Hotel Shanker Lazimpat Kathmandu 44600 Nepal

Admittedly, much still needs to be done in many sectors in Nepal, but there are also fronts that seem to be on the right track today. For instance, a recent report has shown that there has been an increase in forest coverage in the last decade or so. Contrast that to news reports of the those years that regularly highlighted rampant encroachment, felling of large tracts of trees by timber smuggling gangs, and the dwindling number of endangered animal species.  

According to a five-year survey done by the Department of Forest Research and Survey and National Forest Products Survey Project between 2010 and 2014, the forest area of Nepal covers 44.74% (40.36% forest, and 4.38% scrubland) of the total 147,181 sq km area of Nepal. A similar survey done between 1987 and 1998 had showed the forest coverage in Nepal to be 39.6 percent. Great going! However, there are still some areas, especially in the Terai, bordering India, where timber smuggling continues quite unabated, and vigilance needs to be increased. One can understand that it can be a dangerous task, keeping determined and well-organized timber smugglers at bay, but what needs to be done has to be done. The gains cannot be allowed to diminish again. 

Now, coming to the protected areas, 17.32% of the total forest area lies inside them. Nepal npow has 20 protected areas, covering about 23% of the country’s landmass, after the designation of Gaurishanker Conservation Area and Api-Nampa Conservation Area, in central and far-western region, respectively, by the historic cabinet meeting held at Everest Base Camp on December 4, 2009. The protected areas include 10 national parks, three wildlife reserves, one hunting reserve, six conservation areas, and 12 buffer zones.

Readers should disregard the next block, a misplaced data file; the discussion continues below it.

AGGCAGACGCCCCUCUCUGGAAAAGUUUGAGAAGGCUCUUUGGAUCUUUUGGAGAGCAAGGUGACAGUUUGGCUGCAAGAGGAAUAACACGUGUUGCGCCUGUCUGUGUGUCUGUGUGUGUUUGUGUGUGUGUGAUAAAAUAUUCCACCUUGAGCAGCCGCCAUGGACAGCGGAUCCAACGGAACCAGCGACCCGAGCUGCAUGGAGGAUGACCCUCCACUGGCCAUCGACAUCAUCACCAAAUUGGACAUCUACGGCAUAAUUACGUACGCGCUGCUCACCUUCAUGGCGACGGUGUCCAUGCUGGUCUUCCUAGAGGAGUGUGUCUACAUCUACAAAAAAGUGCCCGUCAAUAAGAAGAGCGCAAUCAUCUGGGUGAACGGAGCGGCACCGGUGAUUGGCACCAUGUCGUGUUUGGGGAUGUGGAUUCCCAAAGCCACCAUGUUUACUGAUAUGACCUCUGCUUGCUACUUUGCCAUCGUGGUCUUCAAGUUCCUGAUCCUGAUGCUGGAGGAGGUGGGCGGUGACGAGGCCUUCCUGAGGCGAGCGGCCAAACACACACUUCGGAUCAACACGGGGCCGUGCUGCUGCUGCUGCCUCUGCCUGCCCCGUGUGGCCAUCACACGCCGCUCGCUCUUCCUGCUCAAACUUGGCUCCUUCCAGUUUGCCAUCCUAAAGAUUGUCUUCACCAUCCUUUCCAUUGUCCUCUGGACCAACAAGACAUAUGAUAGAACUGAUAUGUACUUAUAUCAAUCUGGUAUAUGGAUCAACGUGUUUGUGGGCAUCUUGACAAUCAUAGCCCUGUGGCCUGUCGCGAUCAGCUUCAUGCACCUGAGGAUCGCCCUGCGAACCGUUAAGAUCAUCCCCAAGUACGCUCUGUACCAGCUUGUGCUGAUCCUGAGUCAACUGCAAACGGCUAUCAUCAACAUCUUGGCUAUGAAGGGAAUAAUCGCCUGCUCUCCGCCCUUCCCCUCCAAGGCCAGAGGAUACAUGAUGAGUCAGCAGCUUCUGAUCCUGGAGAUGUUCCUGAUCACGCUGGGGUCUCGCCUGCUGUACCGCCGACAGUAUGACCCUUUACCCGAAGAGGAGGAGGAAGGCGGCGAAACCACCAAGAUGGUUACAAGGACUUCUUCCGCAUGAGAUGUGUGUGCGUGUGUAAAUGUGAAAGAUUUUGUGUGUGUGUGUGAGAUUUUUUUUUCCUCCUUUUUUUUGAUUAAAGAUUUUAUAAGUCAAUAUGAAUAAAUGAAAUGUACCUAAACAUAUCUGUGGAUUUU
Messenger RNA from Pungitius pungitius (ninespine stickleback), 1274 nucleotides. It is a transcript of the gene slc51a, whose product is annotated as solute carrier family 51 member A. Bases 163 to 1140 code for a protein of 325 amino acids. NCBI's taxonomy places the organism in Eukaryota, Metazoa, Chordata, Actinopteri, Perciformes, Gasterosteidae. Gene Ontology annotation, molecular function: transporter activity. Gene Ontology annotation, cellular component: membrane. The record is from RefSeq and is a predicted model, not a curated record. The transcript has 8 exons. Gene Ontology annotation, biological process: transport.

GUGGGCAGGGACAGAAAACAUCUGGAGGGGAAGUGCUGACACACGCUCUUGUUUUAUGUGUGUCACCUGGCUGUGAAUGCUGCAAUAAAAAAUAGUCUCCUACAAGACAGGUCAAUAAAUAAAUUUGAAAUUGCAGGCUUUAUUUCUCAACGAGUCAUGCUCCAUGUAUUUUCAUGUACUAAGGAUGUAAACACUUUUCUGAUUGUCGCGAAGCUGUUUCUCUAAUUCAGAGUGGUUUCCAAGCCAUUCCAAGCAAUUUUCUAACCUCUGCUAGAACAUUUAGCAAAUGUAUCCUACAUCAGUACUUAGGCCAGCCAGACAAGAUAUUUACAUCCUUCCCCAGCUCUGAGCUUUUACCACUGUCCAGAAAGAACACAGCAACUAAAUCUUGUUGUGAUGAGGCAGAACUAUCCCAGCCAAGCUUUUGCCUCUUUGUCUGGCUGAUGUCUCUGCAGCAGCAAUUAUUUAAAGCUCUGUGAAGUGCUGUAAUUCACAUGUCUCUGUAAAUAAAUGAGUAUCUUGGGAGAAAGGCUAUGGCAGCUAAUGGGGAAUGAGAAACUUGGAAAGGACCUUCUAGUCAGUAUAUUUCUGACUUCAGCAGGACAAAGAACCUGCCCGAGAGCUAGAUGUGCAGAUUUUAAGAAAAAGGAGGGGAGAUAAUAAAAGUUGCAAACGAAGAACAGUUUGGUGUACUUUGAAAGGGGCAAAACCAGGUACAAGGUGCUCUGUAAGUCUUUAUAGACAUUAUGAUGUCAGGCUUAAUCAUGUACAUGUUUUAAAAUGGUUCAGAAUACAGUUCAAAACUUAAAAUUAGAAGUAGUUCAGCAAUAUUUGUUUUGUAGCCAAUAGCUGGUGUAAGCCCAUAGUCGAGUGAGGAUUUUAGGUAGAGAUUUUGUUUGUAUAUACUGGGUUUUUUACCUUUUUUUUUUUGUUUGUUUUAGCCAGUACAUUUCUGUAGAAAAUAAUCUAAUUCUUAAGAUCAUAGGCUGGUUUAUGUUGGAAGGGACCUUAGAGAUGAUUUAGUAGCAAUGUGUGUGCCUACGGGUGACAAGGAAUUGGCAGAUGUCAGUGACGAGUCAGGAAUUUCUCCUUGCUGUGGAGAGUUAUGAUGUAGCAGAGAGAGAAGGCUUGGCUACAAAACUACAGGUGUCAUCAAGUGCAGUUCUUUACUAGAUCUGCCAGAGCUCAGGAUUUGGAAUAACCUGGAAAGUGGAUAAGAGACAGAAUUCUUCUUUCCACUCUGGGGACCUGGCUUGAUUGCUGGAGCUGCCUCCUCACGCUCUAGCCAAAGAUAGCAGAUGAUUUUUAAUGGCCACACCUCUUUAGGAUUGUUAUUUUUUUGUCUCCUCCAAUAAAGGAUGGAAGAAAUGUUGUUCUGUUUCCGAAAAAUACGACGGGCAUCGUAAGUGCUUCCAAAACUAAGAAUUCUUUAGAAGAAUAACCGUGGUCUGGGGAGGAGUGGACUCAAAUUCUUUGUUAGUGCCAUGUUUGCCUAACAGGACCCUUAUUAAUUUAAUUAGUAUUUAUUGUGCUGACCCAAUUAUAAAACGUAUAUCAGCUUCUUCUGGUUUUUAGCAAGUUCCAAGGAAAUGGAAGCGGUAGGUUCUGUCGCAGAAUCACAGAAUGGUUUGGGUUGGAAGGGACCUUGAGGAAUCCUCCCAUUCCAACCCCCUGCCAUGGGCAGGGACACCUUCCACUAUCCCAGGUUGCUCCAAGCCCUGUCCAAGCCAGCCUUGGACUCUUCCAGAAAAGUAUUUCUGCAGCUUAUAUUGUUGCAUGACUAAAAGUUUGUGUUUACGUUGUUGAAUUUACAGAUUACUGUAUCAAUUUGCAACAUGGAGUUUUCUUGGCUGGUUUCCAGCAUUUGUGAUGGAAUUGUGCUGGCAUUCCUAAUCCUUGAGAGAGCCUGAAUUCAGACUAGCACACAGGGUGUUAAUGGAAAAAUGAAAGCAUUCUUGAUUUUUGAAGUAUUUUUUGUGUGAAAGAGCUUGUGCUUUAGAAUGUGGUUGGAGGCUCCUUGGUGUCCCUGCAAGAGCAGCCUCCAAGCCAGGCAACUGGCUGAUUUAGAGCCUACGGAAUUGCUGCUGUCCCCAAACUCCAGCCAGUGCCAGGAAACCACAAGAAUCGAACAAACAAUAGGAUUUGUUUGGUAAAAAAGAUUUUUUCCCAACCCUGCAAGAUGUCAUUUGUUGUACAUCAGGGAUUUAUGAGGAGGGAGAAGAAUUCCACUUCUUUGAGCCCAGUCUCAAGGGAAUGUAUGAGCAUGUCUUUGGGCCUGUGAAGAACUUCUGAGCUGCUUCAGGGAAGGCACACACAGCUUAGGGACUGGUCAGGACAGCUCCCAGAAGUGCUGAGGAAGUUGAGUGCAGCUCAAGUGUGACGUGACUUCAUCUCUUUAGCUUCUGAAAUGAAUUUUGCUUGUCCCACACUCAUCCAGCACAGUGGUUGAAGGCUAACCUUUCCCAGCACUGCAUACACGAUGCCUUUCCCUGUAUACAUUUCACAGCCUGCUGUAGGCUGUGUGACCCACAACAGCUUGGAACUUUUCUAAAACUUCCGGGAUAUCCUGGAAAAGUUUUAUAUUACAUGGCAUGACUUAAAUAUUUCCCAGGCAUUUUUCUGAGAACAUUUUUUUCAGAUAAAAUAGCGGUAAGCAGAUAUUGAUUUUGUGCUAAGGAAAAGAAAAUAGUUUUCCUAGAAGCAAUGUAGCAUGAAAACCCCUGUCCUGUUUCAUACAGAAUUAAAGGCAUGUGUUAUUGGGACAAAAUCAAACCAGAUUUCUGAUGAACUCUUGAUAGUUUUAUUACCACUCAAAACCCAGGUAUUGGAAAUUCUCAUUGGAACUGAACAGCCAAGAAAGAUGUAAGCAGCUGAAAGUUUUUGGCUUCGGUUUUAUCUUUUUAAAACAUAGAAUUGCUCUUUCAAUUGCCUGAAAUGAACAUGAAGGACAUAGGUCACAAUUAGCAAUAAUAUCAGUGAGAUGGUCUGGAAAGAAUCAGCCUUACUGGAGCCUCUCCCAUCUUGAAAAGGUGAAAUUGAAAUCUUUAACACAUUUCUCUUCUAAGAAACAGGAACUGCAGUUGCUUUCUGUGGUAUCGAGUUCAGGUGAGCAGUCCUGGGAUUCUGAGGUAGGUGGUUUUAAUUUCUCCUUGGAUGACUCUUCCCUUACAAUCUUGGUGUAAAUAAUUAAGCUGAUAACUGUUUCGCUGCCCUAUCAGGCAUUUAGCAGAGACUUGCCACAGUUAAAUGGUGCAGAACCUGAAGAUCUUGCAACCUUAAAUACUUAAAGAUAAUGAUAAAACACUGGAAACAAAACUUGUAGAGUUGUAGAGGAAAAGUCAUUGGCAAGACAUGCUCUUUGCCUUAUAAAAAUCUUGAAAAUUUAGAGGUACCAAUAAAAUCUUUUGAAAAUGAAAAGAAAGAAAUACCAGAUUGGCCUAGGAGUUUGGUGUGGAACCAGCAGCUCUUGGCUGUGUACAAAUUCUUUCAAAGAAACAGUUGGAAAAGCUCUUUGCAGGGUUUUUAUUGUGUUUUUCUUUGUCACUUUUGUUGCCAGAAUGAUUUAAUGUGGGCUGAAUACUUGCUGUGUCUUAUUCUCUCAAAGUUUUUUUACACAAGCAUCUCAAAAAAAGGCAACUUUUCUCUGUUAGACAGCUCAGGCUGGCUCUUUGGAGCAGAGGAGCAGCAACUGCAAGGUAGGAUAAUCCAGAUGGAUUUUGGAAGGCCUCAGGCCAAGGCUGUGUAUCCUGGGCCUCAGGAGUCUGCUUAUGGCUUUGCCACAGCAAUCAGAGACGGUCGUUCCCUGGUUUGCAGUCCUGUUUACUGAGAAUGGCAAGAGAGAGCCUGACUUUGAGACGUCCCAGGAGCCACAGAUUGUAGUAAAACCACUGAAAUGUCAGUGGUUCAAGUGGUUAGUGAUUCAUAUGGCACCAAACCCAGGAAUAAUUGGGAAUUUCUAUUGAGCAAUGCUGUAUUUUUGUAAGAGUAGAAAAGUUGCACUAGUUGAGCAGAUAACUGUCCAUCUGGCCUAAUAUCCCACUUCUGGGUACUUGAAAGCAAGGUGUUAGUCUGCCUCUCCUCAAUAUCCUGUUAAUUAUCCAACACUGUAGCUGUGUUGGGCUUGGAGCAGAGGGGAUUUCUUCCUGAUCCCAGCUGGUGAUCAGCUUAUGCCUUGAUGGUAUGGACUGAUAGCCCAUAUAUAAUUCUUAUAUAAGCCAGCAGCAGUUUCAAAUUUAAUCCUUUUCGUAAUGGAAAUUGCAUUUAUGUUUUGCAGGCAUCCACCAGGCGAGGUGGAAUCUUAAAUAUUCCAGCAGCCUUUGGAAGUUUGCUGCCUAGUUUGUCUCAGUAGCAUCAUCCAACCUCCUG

Obviously, all this increase in forest and protected areas means more safe areas for various animal species, included many that have been listed as endangered, chief among them, the one-horned rhino, royal Bengal tiger, wild arna, gharial, etc. (in the Terai forests), red panda, snow leopard, cloud leopard, etc. (in the Himalayan region), and a variety of bird wildlife throughout the country. 

Chitwan National Park, habitat to a large number of animals, including the above-mentioned endangered Terai species, has seen a rise in the number of the rare one-horned rhinoceros. The number had drastically reduced from 800 (when the park was set up in 1950) to just 100 in 1966. Conservation efforts resulted in gradual increases through the years: 310 in 1978, 358 in 1988, 446 in 1998, and 544 in 2000, before again drastically reducing to 372 in 2005. In 2015, 605 was the recorded number. 

There’s also good news regarding the highly endangered, royal Bengal tigers. A census carried out in 2013 recorded 120 of these magnificent beasts in Chitwan, 50 in Bardiya, 17 in Shuklaphanta Wildlife Reserve, seven in Parsa Wildlife Reserve, and four in Banke National Park. In 2009, there were just 21 royal Bengal tigers in the country. In particular, their number in Bardiya National Park rose from just 18 in 2009 to 50 in 2013.

Well, looks like Nepal is doing well on the conservation front.